New Book Shines Light on Chinese Exclusion Act

Forbidden Citizens investigates the Chinese Exclusion Act through the documents, debates, and circumstances that led to its passage.


In October, the Senate passed Resolution 201, a statement apologizing for 6 decades of anti-Chinese legislation under the Chinese Exclusion laws. One of those who helped secure its adoption is Martin Gold, a partner of Covington & Burling LLP and author of the recently published book, Forbidden Citizens: Chinese Exclusion and the US Congress: A Legislative History (TheCapitol.Net, 2012). Mr. Gold began the book shortly after the resolution’s passage and has received strong reviews for the landmark study.

The Chinese Exclusion Act was the result of a growing racial tension against Chinese laborers following the Gold Rush years. Among the law‘s discriminatory provisions was a 10 year ban on Chinese immigration, prevention of re-entry for those already settled, and exclusion from US citizenship. It solely targeted ethnic Chinese; immigration of other peoples remained unlimited during this period. This legalized racial discrimination did not end until the law was repealed in 1943.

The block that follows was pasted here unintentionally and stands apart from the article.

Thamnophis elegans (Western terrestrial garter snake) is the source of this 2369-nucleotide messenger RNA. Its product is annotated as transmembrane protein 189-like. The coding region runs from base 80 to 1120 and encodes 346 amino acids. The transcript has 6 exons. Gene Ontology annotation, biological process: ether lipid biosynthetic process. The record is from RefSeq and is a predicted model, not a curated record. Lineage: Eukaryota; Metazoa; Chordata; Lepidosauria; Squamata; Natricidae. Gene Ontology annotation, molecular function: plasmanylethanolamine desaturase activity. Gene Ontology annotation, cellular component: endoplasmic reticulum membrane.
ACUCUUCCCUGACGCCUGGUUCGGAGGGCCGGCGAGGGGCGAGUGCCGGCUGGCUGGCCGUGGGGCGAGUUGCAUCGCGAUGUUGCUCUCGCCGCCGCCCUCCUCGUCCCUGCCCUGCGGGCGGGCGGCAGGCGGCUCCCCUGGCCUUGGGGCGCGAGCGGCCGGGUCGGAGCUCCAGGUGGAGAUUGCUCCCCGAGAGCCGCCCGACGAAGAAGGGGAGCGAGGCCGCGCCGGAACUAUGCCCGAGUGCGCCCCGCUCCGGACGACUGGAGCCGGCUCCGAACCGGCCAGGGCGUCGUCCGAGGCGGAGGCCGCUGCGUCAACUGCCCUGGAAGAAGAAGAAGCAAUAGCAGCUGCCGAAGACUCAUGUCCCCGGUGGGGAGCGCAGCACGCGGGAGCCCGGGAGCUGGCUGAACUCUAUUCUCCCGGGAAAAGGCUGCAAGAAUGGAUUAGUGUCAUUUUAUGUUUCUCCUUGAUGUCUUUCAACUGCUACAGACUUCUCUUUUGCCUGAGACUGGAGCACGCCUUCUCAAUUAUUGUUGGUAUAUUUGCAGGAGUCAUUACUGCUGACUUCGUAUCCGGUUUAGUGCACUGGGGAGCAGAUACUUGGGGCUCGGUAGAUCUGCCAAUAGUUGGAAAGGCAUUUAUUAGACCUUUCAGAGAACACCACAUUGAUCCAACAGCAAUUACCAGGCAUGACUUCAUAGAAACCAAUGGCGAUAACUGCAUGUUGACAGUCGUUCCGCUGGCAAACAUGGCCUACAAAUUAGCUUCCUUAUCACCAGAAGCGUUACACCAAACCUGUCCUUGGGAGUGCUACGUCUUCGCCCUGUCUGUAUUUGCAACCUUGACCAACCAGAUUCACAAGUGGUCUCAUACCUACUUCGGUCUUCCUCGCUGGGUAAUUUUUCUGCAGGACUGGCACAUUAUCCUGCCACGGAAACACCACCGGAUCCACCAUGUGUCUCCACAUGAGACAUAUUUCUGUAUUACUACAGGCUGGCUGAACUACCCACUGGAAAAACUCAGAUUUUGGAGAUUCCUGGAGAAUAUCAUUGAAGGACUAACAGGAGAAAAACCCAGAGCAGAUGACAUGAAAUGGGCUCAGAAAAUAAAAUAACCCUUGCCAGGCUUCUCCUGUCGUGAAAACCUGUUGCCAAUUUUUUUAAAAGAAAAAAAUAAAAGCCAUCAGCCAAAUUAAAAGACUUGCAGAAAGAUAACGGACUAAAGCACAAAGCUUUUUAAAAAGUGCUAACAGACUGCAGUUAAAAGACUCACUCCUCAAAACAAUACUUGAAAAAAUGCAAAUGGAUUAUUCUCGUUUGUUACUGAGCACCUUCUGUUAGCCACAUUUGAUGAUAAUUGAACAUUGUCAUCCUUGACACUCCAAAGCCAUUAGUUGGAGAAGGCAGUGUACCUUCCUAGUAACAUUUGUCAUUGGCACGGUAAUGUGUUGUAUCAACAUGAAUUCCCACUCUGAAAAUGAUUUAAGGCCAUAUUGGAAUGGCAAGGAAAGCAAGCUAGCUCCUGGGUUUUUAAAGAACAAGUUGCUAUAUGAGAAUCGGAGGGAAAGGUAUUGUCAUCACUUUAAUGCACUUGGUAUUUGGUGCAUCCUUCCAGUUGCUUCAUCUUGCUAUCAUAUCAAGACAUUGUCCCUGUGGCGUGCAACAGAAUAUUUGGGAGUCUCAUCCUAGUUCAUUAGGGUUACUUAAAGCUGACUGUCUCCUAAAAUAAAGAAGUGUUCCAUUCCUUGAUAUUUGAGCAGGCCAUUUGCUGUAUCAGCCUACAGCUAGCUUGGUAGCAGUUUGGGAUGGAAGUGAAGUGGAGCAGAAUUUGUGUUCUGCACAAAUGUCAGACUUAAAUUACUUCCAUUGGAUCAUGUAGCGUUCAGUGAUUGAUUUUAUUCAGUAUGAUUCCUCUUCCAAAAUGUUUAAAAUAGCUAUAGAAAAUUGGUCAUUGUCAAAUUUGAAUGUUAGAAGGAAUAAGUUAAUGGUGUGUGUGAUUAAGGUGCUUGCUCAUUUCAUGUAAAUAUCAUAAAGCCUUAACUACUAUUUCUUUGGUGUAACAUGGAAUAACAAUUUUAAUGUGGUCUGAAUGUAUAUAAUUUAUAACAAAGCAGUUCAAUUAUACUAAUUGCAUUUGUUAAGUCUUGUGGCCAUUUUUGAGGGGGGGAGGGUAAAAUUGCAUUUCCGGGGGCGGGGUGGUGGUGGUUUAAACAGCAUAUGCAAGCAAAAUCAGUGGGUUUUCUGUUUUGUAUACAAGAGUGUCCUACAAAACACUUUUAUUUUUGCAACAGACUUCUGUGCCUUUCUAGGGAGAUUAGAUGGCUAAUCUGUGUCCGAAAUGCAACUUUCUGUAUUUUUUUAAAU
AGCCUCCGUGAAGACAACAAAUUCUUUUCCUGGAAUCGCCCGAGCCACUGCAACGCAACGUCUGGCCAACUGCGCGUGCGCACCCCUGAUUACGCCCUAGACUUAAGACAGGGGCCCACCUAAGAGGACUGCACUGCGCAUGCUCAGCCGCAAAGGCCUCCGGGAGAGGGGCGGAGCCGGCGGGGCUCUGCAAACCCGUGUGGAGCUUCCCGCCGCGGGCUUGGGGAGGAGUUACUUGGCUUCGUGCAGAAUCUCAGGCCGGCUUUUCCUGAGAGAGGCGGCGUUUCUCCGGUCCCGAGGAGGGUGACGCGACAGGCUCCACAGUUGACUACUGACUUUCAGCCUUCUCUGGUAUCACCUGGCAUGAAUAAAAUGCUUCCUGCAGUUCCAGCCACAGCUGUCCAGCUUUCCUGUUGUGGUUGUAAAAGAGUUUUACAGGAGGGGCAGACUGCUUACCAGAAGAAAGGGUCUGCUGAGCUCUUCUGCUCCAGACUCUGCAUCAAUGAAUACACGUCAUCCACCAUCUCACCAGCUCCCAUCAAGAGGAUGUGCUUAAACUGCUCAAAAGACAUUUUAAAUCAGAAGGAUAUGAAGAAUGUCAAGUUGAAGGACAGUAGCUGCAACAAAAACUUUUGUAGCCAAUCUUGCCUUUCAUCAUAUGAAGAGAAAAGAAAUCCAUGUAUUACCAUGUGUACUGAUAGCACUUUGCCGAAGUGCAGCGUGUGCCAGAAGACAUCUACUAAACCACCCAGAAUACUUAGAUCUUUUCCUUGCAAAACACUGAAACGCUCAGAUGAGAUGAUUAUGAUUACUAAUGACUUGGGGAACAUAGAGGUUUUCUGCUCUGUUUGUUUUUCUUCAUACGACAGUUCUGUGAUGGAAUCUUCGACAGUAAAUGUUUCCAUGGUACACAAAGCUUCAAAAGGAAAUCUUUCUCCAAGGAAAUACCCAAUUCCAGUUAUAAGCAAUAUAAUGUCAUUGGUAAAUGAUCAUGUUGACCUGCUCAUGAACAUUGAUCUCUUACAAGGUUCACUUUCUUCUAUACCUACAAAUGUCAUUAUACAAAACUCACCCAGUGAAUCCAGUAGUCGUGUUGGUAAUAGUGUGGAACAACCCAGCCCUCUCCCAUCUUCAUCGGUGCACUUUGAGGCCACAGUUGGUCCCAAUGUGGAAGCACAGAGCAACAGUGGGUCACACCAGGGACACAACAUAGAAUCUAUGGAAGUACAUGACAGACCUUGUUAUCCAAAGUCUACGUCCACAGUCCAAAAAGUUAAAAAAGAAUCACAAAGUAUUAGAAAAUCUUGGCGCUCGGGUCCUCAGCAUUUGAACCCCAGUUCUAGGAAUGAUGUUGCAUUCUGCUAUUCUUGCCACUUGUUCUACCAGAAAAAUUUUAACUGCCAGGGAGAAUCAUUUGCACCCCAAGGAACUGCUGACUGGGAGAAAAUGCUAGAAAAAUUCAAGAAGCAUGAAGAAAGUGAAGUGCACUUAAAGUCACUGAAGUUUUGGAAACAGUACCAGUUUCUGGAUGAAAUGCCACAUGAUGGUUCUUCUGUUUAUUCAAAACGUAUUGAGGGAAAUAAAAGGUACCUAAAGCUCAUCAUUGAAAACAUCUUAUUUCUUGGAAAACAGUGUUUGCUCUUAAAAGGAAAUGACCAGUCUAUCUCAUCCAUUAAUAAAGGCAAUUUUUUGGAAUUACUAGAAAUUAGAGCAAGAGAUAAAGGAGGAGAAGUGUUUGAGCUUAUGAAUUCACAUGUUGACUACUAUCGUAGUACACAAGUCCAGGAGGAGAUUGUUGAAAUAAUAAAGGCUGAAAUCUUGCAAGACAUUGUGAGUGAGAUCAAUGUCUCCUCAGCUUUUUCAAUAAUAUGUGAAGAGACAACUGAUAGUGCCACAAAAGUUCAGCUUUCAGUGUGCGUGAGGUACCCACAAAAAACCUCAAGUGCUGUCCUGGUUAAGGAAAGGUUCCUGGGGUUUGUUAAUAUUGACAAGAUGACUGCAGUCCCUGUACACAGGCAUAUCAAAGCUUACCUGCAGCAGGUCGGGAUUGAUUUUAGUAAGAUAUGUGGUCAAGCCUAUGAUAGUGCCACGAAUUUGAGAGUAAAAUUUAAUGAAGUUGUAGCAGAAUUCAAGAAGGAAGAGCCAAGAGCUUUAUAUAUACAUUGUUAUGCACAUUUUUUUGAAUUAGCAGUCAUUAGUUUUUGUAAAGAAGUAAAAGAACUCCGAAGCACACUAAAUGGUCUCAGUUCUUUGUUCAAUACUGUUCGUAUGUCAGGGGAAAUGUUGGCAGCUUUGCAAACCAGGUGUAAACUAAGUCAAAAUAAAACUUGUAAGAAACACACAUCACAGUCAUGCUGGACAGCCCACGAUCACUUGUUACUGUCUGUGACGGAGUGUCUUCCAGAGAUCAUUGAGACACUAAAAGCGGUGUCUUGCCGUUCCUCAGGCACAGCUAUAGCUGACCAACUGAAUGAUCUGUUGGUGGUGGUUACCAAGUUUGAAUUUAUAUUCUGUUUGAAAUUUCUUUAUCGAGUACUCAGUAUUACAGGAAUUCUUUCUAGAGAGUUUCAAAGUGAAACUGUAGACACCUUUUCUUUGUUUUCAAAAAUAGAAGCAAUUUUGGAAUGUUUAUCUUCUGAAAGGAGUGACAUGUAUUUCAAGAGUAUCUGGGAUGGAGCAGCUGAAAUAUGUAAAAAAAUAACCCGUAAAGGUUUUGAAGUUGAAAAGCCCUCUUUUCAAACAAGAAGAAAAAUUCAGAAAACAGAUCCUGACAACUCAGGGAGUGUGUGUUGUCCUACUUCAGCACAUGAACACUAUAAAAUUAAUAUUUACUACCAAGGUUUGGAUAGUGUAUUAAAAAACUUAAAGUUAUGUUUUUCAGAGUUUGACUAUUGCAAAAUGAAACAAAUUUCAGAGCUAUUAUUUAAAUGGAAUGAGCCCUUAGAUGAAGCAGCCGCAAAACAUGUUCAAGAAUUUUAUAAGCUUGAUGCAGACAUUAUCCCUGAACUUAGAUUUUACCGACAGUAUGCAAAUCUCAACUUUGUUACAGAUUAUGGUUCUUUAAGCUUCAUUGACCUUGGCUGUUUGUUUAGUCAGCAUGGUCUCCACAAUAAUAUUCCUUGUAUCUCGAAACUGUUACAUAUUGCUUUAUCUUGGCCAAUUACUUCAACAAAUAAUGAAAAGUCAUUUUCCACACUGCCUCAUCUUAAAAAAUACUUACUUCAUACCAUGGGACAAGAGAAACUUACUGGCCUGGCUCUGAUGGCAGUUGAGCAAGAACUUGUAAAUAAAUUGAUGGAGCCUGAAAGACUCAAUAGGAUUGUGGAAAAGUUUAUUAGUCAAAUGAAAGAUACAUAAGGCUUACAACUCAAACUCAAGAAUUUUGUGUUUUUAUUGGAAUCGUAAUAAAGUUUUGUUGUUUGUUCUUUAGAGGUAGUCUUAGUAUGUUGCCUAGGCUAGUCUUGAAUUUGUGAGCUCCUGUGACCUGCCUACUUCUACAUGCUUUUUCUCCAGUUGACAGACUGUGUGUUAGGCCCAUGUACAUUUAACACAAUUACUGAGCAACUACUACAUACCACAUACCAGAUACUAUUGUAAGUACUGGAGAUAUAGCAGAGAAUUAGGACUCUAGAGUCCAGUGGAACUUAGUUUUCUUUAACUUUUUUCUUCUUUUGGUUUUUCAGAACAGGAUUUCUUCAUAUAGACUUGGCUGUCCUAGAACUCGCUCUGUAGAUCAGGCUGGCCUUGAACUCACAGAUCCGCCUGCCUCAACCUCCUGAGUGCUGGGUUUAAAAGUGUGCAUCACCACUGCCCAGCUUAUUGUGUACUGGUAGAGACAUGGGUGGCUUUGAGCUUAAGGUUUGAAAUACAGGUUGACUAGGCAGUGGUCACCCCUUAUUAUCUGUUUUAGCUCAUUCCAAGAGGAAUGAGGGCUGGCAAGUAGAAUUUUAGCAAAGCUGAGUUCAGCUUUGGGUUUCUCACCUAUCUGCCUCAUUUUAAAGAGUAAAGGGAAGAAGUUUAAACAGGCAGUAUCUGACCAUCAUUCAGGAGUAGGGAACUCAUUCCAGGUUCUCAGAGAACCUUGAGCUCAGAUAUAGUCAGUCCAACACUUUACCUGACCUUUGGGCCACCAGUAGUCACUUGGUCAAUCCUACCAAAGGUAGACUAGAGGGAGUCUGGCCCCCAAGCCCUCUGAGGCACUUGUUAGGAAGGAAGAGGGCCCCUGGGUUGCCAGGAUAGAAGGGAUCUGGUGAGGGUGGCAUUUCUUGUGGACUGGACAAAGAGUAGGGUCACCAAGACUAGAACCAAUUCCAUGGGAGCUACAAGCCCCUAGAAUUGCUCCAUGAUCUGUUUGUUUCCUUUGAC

“Forbidden Citizens” investigates the background surrounding the Chinese Exclusion Act, providing readers with a thorough look at the documents, debates, and circumstances that led to its passage. It is the first account of this dark period in Asian-American history to fully explore these events in exhaustive detail. For the book and his pro-bono work to further Resolution 201, Mr. Gold received the “Champion of Justice” award from the Chinese American Citizens Alliance this year.

The Chinese Historical Society of America Museum and Frank Wu, Chancellor & Dean of UC Hastings College of Law will host the introduction of “Forbidden Citizens” on July 24, 2012, 5:30 p – 7:30 pm at the CHSA Museum.